The brilliant idea
With UniGrow, you won’t just pick fruit and veg. You’ll reap some amazing benefits:
“At a time when many students are uncertain about what opportunities the summer holds it’s great to see GTI once again supporting them and doing something to offer help and positivity.”
Resourcing Business Partner, Early Careers and Talent Programmes, Inmarsat
Earn good money
There is no other unskilled, temporary job that pays this well (even in years when holiday work is plentiful). Fruit and veg pickers typically earn £400 to £500 a week – and the best even more. For the first fortnight or so, you’ll be given full training (at the basic minimum wage) and supervised to get your technique right. After that, provided you’re physically fit and mentally motivated, you should have no trouble hitting your productivity targets so that you maximise your earnings.
Of course, it is repetitive, physical work with early starts and long hours (40–50 of them over 6 days a week), but you’ll get breaks and even holiday pay, based on the number of hours worked, at the end of your contract. Until then, there won’t be much chance to spend your money. You’ll be living out in the country, in subsidised, self-catering accommodation (mostly shared caravans costing £54.70 a week) with trips to local supermarkets the only shopping opportunities.
Feed the nation
UniGrow is a rare opportunity to help the fight against coronavirus by not staying at home. As a key worker, you’ll not only make a vital contribution to society, you’ll also be allowed to travel to your farm and socialise with colleagues (within the evolving Covid-19 rules).
Picking produce is particularly important this year, as so many overseas seasonal workers aren’t able to travel here. There’s a real danger that our food might rot in the fields. The more British produce we can pick, the greater the environmental benefits too, as imports and food miles are reduced.
Of course, like most key-worker jobs, it won’t be physically easy. Your muscles will ache, at least to start with. You’ll feel exhausted at the end of the day. This is good, hard, honest work for a good cause.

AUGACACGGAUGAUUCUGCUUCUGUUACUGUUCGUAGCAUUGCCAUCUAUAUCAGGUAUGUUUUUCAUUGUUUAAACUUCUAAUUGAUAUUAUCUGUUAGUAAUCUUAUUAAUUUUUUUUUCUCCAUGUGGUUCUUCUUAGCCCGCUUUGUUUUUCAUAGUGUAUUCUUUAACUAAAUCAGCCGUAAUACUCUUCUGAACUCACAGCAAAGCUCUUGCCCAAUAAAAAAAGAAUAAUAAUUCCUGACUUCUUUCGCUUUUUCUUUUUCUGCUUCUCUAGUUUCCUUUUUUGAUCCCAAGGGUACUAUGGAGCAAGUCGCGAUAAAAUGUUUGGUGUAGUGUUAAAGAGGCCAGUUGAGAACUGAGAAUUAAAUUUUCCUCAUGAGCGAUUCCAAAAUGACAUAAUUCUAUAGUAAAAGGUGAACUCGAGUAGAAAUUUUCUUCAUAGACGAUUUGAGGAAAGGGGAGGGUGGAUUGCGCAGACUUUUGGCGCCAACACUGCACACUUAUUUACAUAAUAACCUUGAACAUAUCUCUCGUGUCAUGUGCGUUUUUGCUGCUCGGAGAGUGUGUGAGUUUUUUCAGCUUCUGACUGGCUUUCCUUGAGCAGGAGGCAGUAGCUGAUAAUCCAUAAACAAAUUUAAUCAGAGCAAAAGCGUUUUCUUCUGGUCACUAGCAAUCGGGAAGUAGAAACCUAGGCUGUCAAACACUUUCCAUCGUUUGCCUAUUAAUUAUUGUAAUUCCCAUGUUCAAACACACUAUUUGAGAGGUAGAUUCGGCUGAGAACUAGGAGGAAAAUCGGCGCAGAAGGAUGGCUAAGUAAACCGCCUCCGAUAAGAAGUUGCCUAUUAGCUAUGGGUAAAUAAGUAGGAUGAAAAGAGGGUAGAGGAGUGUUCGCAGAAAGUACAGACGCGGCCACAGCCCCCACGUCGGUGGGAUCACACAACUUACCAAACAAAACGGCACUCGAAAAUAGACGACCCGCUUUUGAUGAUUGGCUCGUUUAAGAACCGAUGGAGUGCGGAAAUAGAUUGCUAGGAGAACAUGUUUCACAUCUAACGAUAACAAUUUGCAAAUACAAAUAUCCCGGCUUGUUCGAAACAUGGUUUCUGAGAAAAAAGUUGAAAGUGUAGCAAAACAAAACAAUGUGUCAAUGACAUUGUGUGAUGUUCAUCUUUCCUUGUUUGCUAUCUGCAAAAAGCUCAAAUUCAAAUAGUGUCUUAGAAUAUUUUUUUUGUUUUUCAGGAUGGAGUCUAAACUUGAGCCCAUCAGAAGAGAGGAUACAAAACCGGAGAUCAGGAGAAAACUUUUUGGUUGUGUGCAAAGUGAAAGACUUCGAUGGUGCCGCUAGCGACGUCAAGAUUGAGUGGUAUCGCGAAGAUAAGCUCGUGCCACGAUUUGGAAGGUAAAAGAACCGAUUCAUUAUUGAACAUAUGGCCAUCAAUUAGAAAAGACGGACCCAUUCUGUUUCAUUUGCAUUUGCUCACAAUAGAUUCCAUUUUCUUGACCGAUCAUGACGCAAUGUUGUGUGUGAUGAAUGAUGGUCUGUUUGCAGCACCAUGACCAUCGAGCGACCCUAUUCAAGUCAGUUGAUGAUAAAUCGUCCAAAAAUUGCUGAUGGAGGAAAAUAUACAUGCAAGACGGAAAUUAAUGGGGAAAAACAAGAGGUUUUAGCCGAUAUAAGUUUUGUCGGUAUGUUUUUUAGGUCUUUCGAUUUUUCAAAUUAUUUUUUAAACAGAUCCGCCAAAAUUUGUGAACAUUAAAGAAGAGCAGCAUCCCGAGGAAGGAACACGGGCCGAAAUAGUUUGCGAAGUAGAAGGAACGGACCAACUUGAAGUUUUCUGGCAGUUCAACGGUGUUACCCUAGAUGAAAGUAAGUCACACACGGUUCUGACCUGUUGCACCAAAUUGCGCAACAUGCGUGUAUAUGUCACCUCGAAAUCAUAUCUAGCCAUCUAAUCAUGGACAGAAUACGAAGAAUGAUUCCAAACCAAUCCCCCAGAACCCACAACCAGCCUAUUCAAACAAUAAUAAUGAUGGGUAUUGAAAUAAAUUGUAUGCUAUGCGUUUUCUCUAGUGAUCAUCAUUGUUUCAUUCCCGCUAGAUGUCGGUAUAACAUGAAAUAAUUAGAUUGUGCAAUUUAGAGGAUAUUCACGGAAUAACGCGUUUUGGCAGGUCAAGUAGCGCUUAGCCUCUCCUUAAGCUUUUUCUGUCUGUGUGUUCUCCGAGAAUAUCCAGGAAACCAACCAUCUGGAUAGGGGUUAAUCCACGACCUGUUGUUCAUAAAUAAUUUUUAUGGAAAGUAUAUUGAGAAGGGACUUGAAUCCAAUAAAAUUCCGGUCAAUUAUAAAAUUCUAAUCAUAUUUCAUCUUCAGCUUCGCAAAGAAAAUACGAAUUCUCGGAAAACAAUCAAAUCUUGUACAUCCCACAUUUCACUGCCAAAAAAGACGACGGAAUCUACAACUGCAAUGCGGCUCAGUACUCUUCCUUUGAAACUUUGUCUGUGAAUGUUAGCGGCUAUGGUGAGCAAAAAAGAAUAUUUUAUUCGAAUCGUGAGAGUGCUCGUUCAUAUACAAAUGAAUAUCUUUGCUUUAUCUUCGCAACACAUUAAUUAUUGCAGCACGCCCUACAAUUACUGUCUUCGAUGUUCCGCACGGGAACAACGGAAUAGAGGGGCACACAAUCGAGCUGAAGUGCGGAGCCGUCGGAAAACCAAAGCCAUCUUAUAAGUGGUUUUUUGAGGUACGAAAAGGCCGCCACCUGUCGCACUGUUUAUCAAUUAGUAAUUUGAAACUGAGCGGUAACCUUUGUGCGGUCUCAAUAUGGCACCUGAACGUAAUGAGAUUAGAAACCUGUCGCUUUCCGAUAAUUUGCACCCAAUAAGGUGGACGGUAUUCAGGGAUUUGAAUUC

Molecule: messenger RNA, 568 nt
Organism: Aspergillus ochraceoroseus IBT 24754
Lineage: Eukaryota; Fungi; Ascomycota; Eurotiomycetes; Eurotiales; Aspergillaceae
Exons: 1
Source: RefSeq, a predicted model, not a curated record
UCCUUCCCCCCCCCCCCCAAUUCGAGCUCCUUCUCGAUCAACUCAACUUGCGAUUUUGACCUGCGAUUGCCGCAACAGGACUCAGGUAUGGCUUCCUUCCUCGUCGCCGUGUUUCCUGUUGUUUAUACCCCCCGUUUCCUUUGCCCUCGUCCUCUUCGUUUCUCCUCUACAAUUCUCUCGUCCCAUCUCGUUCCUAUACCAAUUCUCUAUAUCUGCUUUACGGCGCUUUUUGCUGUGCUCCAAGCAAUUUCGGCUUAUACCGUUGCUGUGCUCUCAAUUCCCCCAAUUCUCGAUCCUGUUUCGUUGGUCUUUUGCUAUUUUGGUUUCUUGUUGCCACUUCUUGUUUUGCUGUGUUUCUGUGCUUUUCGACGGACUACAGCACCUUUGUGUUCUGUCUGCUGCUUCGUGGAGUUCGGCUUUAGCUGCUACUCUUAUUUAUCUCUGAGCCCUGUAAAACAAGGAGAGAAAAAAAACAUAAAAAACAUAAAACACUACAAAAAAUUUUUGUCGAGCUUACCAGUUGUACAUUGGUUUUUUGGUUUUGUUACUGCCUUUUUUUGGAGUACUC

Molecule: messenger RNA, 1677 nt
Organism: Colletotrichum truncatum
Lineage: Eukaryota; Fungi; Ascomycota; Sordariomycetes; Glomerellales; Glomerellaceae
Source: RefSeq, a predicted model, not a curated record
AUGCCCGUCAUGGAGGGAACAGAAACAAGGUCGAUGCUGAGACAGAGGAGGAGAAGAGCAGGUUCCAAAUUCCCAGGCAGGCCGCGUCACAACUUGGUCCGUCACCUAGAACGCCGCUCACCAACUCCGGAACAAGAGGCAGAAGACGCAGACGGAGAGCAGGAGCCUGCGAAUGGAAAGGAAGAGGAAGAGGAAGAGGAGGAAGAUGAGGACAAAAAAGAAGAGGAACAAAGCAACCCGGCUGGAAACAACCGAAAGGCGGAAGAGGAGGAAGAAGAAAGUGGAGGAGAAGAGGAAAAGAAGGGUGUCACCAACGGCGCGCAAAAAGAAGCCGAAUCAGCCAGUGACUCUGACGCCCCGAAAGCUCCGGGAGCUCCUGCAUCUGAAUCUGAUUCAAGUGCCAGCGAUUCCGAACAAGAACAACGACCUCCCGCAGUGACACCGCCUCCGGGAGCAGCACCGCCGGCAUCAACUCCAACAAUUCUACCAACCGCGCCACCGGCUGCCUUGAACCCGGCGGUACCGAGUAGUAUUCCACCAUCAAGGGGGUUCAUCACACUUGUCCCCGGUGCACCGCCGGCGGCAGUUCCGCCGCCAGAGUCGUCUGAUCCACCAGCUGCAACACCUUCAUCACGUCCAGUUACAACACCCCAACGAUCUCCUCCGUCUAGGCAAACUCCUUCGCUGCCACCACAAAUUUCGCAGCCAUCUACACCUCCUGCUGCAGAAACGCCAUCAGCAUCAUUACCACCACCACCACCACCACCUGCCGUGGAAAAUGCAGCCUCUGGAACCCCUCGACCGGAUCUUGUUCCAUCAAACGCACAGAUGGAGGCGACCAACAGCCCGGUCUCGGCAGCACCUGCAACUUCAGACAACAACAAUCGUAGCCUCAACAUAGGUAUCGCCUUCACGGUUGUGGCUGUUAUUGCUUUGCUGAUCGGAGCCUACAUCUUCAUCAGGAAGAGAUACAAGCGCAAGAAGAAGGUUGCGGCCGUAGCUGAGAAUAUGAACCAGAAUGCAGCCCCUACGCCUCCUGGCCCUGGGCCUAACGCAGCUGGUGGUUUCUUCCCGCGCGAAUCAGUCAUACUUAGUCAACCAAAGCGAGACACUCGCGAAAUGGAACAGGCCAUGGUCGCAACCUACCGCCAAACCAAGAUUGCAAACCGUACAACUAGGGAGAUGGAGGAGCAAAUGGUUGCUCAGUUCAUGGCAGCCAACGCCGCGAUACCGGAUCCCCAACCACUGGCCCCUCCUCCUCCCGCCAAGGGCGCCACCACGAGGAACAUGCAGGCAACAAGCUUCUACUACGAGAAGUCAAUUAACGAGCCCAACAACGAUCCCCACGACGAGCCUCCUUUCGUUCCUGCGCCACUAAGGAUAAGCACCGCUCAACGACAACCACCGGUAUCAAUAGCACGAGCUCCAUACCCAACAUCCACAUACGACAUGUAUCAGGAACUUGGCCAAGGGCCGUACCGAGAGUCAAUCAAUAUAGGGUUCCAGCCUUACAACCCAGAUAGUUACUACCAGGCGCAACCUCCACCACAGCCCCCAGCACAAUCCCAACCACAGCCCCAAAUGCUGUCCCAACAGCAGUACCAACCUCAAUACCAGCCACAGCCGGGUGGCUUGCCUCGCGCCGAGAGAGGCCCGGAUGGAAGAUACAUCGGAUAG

Grow your skills
Look, UniGrow is not your typical internship leading to a graduate job. But it’s an opportunity to gain some vital skills and experience for your future career. Teamwork, productivity, time-keeping, target-hitting, problem-solving, resilience… these are all highly valued by graduate recruiters, many of whom have voiced support for UniGrow. You’ll also learn about food production and a key sector of the UK economy, as well as experiencing work in a multicultural environment.
Of course, UniGrow is much harder work than an internship. You won’t have much time to reflect on how you’re developing as a person and as a future employee. But don’t worry, we’ll remind you – before, during and after your placement – what to think about.
Get out, get fit, get away and (within reason) have some fun
After being locked down for so long, it’s time to get out. Trouble is, there aren’t many opportunities this year. No bar work, no waiting tables, no temping. Even festivals and overseas travel are off the agenda. So why not discover a new side of Britain instead?
The upside of doing a physical job in the fields is that you’ll get fit and have plenty of fresh air. A little wind and rain too, maybe, but at least you can experience the adversities with your mates. UniGrow prioritises group applicants – from friends, housemates, sports teams, whatever. We’ll try to accommodate you together, so that you’re counted as a single household under Covid-19 regulations. If you do apply on your own, we’ll aim to house you with UK students of the same gender and you’ll soon make friends – probably with colleagues from all over Europe.
Of course, you won’t have much time to party. You’ll be working six days a week and starting at the crack of dawn. But you’ll probably be operating in teams, taking breaks together and sharing accommodation. It’s a surprisingly sociable way of life.